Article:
Guan Eng urges PM to replace Mustapa Mohamed, Annuar Musa as inflation worsens

·2-min read
Malay Mail
Malay Mail

KUALA LUMPUR, Sept 24 — DAP chairman Lim Guan Eng today called for a change in the country’s economic managers following a depreciating ringgit and with the current inflation rate up to 4.7 per cent.

Lim said Minister in the Prime Minister’s Department for Economic Affairs Datuk Seri Mustapa Mohamed and Special Cabinet Task Force on Jihad Against Inflation chairman Tan Sri Annuar Musa have failed to carry out their responsibilities as inflation had hit a 16-month high of 4.7 per cent as of last month, from 4.4 per cent in July.

He said because of the poor performance of the two economic managers and their failure to check inflation has caused Bank Negara to raise the Overnight Policy Rate (OPR) resulting in borrowers having to pay higher interest costs.

“Since the increase in OPR to 2.5 per cent was made before the latest August inflation data was available, Bank Negara is expected to increase the OPR further by November this year and January next year to 3 per cent, thereby imposing a heavier financial burden on Malaysians and businesses.

“Unless Prime Minister Ismail Sabri replaces failed economic managers and inflation fighters, Malaysians will have to bear more financial pain,” he said.

Lim, a former finance minister said the failure to check rising inflation has caused food prices to increase from 3.4 per cent and 6.1 per cent respectively in June to 4.7 per cent and 7.2 per cent in August 2022.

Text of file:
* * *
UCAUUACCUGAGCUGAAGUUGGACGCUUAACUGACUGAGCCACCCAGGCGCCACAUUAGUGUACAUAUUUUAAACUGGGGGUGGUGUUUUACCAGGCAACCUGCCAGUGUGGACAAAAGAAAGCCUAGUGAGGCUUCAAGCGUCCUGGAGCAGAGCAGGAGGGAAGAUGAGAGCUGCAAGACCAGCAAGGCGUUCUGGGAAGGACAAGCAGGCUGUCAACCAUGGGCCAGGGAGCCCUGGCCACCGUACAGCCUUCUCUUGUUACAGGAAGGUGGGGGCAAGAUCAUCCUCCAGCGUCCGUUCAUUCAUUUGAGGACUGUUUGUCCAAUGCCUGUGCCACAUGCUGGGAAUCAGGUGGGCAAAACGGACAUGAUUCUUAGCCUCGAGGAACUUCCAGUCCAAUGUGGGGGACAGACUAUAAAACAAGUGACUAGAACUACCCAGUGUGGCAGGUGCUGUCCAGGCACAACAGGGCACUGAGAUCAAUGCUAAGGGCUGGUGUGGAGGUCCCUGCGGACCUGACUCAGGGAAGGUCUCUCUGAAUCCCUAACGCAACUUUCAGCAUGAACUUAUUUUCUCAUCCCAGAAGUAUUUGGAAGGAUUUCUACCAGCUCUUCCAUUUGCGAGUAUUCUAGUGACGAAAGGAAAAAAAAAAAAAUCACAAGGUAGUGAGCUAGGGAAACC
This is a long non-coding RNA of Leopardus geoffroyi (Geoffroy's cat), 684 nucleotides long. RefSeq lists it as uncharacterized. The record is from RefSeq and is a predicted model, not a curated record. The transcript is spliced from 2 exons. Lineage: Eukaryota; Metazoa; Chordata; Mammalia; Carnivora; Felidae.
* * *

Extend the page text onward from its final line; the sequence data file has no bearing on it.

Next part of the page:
“Annuar Musa irresponsibly dismissed the current decline in the value of the ringgit against the US dollar as only temporary.

“How can the decline be temporary when the US dollar has dropped to a new 24-year low of RM4.58 today?

“The current decline of value of the ringgit against the US dollar is not temporary as the Ringgit has weakened by almost 10 per cent this year from RM4.17 at the end of 2021.

“Malaysians are forced to pay higher import costs and the Malaysian government is repaying higher for the US-denominated loans, especially the US$6.5 billion 1 MDB loans, which are definitely not temporary in nature as the losses cannot be recouped,” he said.

He criticised Annuar for implying that the decline in the value of the ringgit is principally against the US dollar, when the ringgit has also declined against Singapore and Indonesia, two of the country’s major trading partners.

“Against the Singapore dollar, the ringgit has recently dipped to a historic low of RM3.26 whilst the Indonesian rupiah has appreciated by more than 4 per cent this year against the ringgit.

“Is dismissing the depreciating ringgit as temporary a feeble excuse not to do anything because the government simply does not know what to do or is too lazy to heed suggestions of carrying out structural economic reforms,?” he asked.